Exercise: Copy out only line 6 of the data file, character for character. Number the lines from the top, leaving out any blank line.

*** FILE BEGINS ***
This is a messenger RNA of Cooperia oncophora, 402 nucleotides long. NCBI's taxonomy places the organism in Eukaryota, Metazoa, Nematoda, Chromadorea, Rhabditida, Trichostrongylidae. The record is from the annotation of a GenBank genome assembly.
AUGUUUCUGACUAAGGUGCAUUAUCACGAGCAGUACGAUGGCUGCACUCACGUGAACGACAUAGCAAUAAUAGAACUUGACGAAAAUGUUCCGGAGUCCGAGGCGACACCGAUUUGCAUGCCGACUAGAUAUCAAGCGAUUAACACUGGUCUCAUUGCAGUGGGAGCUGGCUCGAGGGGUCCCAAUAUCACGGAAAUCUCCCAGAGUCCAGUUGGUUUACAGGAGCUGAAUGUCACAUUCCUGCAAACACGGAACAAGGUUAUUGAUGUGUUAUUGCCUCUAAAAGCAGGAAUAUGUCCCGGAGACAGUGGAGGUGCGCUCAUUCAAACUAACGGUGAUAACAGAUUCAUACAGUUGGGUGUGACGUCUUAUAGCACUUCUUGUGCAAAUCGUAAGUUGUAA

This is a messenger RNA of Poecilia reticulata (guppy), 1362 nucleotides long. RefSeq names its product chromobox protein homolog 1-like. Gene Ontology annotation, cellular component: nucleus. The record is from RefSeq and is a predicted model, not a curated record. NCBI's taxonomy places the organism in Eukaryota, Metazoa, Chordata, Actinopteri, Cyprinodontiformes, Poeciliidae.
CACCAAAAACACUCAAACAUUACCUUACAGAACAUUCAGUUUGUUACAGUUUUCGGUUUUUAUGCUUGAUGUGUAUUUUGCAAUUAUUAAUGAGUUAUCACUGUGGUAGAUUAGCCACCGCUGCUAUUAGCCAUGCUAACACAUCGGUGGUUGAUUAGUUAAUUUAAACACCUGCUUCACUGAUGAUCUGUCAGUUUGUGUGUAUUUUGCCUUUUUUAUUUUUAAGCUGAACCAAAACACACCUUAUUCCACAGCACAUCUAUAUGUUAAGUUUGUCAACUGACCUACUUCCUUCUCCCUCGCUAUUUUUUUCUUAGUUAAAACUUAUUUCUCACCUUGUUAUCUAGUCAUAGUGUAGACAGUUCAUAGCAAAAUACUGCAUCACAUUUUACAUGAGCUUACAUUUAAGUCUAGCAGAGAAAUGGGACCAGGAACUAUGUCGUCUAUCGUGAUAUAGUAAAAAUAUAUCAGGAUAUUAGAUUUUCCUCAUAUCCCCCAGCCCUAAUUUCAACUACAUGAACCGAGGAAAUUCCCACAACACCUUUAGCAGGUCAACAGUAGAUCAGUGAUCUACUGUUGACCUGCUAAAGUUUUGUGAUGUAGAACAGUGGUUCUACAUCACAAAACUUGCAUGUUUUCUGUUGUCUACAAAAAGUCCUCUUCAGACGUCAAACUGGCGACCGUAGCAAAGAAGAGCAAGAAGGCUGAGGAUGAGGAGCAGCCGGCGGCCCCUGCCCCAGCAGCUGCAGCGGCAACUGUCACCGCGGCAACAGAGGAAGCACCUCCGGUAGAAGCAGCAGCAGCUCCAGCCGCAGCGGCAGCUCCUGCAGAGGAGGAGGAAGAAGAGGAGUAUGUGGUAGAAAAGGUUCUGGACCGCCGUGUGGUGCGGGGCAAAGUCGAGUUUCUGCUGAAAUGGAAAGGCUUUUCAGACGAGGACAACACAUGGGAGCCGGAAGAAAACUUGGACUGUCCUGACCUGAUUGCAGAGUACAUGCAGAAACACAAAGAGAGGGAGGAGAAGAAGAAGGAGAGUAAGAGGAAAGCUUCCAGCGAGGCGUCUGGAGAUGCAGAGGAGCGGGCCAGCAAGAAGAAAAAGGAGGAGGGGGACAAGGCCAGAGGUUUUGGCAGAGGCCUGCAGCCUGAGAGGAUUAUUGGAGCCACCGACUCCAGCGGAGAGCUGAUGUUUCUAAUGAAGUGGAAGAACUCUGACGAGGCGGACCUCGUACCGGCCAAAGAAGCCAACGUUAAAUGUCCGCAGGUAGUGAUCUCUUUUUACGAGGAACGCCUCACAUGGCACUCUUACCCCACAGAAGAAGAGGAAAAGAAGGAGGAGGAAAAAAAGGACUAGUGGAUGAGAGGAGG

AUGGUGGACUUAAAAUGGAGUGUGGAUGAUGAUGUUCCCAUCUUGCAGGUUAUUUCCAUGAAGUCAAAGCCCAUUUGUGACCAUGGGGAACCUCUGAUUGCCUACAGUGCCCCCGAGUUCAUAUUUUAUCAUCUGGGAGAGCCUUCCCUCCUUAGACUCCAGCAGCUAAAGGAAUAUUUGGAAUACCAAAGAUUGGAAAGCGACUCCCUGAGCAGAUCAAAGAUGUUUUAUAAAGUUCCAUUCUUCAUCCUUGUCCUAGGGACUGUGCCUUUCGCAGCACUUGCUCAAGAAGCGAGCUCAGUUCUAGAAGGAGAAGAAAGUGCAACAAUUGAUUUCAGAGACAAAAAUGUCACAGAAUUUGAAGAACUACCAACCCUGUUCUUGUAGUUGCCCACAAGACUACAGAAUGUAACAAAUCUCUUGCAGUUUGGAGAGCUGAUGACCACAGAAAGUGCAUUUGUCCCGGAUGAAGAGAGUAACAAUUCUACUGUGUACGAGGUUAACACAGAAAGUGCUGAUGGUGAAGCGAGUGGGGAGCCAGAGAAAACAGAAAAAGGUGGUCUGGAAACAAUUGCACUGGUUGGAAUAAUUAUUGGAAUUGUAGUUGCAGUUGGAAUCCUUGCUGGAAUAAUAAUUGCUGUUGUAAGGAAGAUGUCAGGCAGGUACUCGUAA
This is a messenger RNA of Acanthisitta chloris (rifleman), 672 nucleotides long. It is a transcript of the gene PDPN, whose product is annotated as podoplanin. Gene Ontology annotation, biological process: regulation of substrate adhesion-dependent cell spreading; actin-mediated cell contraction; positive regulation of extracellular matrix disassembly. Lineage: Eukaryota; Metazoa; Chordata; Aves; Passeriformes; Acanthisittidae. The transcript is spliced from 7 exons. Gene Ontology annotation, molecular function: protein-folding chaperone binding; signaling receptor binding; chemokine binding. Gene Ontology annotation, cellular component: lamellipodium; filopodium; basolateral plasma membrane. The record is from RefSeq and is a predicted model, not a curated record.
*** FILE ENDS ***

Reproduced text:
This is a messenger RNA of Acanthisitta chloris (rifleman), 672 nucleotides long. It is a transcript of the gene PDPN, whose product is annotated as podoplanin. Gene Ontology annotation, biological process: regulation of substrate adhesion-dependent cell spreading; actin-mediated cell contraction; positive regulation of extracellular matrix disassembly. Lineage: Eukaryota; Metazoa; Chordata; Aves; Passeriformes; Acanthisittidae. The transcript is spliced from 7 exons. Gene Ontology annotation, molecular function: protein-folding chaperone binding; signaling receptor binding; chemokine binding. Gene Ontology annotation, cellular component: lamellipodium; filopodium; basolateral plasma membrane. The record is from RefSeq and is a predicted model, not a curated record.